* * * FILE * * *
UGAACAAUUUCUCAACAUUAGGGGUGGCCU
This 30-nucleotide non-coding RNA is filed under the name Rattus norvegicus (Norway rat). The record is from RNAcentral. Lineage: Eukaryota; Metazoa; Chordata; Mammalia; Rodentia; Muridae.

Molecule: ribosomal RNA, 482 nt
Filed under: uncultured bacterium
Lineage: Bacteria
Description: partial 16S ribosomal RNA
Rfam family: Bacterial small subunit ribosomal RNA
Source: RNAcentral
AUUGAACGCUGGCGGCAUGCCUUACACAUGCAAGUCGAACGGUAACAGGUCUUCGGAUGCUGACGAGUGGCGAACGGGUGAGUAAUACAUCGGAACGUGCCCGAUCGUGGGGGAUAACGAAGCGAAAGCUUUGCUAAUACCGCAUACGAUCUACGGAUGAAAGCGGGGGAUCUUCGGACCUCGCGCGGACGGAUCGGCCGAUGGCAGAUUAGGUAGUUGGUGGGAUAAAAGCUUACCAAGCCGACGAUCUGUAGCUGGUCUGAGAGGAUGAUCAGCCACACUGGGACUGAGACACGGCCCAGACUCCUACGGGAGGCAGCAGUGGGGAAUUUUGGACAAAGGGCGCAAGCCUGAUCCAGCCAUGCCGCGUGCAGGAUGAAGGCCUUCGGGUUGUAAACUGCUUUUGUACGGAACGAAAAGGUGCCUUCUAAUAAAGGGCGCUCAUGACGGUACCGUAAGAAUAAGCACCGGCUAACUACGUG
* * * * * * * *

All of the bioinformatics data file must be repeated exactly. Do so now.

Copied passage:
UGAACAAUUUCUCAACAUUAGGGGUGGCCU
This 30-nucleotide non-coding RNA is filed under the name Rattus norvegicus (Norway rat). The record is from RNAcentral. Lineage: Eukaryota; Metazoa; Chordata; Mammalia; Rodentia; Muridae.

Molecule: ribosomal RNA, 482 nt
Filed under: uncultured bacterium
Lineage: Bacteria
Description: partial 16S ribosomal RNA
Rfam family: Bacterial small subunit ribosomal RNA
Source: RNAcentral
AUUGAACGCUGGCGGCAUGCCUUACACAUGCAAGUCGAACGGUAACAGGUCUUCGGAUGCUGACGAGUGGCGAACGGGUGAGUAAUACAUCGGAACGUGCCCGAUCGUGGGGGAUAACGAAGCGAAAGCUUUGCUAAUACCGCAUACGAUCUACGGAUGAAAGCGGGGGAUCUUCGGACCUCGCGCGGACGGAUCGGCCGAUGGCAGAUUAGGUAGUUGGUGGGAUAAAAGCUUACCAAGCCGACGAUCUGUAGCUGGUCUGAGAGGAUGAUCAGCCACACUGGGACUGAGACACGGCCCAGACUCCUACGGGAGGCAGCAGUGGGGAAUUUUGGACAAAGGGCGCAAGCCUGAUCCAGCCAUGCCGCGUGCAGGAUGAAGGCCUUCGGGUUGUAAACUGCUUUUGUACGGAACGAAAAGGUGCCUUCUAAUAAAGGGCGCUCAUGACGGUACCGUAAGAAUAAGCACCGGCUAACUACGUG